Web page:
Russia frozen in time by plan to brighten the bleakest winter

 

Moscow

There's not much that the Kremlin can do to get rid of the long and difficult Russian winter – but it has decided that it can abolish "winter time", in a move announced this week by President Dmitry Medvedev.

The clocks will go forward to summer time as usual this spring, but they will not change back to winter time in the autumn. Mr Medvedev argues that changing the clocks twice a year causes "stress and illness" among Russians. "It's just irritating. People either oversleep or wake up early and don't know what to do with the hour," he explained.

Some critics wondered whether Mr Medvedev, who has promised to reform Russia but has delivered precious little nearly three years into his presidency, might not have more pressing issues to worry about. But for many years the issue of time changes in Russia has been a hot topic. When Mr Medvedev mooted the idea during one of his first major political addresses, it got a louder ovation from the assembled officials than any other policy.

The move has won support among Russian doctors, who claim the clock changes disrupt natural body rhythms. The head paediatrician at Russia's Ministry of Health, Alexander Baranov, was "fully supportive" of the President's decision this week. "Moving the clocks here and there has a bad influence on people's health, on their moods, and on their capacity to work," he said. "Children suffer particularly, when they have to be woken up ahead of time."

A posting on the Kremlin's website quoted top government aide Arkady Dvorkovich saying the move would result in between 7 and 17 per cent more daylight hours in various Russian regions. Winter days in many Russian cities are depressingly short – in some parts of the north the sun does not rise at all for two months. The new move means the afternoons will be longer, but also that the mornings will be darker.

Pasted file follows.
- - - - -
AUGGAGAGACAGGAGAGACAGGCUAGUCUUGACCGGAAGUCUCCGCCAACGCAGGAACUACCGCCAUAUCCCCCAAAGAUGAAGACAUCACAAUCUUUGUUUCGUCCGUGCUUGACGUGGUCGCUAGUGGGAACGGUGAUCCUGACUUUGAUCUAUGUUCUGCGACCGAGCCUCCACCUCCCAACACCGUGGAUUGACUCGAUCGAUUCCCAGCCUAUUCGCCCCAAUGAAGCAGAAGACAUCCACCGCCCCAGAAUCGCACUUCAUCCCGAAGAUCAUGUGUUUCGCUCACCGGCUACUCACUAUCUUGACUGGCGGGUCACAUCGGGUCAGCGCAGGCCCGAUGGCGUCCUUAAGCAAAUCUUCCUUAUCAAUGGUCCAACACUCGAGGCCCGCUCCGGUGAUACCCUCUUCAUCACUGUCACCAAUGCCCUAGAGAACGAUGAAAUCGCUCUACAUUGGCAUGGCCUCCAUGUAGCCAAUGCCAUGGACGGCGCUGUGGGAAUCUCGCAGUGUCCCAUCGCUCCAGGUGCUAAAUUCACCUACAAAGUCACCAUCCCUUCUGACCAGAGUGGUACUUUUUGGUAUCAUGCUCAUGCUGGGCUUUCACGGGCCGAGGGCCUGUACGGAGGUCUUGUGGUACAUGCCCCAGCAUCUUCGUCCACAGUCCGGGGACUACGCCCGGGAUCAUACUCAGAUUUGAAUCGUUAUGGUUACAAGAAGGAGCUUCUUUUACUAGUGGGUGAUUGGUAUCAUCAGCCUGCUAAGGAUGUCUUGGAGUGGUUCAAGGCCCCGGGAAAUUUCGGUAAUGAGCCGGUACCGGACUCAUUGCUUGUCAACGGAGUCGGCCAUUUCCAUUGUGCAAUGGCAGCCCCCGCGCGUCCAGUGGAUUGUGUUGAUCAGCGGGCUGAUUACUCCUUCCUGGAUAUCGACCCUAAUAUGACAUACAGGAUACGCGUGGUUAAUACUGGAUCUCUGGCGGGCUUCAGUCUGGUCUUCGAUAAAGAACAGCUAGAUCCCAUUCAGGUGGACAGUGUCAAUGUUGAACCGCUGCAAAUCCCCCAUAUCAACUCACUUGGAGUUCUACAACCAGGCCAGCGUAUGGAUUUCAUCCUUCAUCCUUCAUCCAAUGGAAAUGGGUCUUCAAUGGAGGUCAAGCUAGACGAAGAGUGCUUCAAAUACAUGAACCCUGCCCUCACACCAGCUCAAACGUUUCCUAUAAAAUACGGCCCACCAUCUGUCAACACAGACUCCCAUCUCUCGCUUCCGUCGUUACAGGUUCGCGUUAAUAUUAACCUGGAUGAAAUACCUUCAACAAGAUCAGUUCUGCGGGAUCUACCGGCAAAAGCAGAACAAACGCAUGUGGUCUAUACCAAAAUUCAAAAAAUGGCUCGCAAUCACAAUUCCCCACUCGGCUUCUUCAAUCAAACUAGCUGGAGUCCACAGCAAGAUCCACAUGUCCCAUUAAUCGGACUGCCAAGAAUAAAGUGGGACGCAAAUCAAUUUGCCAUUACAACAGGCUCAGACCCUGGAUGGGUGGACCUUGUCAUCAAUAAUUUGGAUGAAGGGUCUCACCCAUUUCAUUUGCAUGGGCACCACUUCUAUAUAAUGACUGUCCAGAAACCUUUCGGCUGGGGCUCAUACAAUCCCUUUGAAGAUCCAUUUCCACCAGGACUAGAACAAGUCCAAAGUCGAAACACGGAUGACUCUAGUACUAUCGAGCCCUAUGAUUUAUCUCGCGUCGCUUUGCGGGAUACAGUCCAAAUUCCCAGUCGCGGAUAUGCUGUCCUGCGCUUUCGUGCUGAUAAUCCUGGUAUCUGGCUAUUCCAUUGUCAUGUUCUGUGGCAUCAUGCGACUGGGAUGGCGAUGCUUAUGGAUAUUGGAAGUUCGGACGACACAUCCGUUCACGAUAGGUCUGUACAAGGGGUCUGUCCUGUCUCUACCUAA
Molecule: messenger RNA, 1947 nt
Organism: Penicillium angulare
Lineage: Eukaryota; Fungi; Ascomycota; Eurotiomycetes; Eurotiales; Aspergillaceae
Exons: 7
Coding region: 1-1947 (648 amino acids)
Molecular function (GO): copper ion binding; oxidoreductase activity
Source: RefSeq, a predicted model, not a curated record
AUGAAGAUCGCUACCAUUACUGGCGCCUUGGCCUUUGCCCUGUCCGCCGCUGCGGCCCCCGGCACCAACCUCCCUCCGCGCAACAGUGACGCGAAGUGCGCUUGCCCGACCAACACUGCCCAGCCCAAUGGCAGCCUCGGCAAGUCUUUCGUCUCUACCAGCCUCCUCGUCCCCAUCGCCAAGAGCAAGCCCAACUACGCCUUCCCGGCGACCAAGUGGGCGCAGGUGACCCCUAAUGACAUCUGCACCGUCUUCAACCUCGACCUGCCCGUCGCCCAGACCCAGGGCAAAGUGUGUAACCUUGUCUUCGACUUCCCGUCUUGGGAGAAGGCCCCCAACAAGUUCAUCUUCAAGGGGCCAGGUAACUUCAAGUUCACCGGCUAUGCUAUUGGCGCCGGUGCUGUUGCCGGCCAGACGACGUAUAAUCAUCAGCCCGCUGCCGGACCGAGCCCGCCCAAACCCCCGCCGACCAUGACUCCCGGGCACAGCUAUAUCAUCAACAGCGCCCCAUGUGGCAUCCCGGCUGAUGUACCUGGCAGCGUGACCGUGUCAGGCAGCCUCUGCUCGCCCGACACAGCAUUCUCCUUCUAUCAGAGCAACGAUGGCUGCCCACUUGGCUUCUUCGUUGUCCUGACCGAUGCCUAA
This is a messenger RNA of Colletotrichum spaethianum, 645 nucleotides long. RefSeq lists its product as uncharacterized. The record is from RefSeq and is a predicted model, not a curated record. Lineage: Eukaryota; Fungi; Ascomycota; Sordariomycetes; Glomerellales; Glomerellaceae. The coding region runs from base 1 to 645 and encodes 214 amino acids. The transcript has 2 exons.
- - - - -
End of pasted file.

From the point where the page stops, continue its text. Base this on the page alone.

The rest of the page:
Some wondered whether extra hours in the evening were really worth paying for with the misery of dark and gloomy mornings. Academics in St Petersburg said that the city would now be two hours ahead of its "natural" time zone in winter. And from the end of this year, when people cross Russia's border with Norway during the winter, they will have to move their clocks forward by three full hours.

It is not the first time that Mr Medvedev has meddled with time. There have also been a number of changes in individual regions, aimed at bringing the vast landmass of Russia closer together. Last year, the country was compacted from 11 time zones down to nine, with regions in the very far east of the country moving from nine to eight hours ahead of Moscow, to help ease local governance and communications with the capital.

With talk in the air of an impending further one-hour cut, there were protests in the far-eastern Kamchatka Peninsula last year, with thousands taking to the streets shouting "Give us our time back!".

Authorities tried to ban a New Year's Cinderella panto in the region's capital, Petropavlovsky-Kamchatsky, as they suspected that a scene where the King changes the time to allow Cinderella to remain at the ball was a subversive jibe aimed at the Russian government. Further time changes are planned this year, with several Siberian regions clumped together, wiping out time differences between them.

But while time changes remain controversial, a survey showed that 60 per cent of Russians support the abolition of winter time. "We will have prolonged daylight and I think this will be healthy for our country," said Mr Medvedev.

In a final justification for the move, he employed a folksy farmyard metaphor of the kind his political rival Vladimir Putin likes to use, though people were left unsure exactly what he meant. "I'm not talking about unhappy cows or other animals who don't understand the time change and don't understand that the milkmaid is going to milk them at a different time," said the Russian President.

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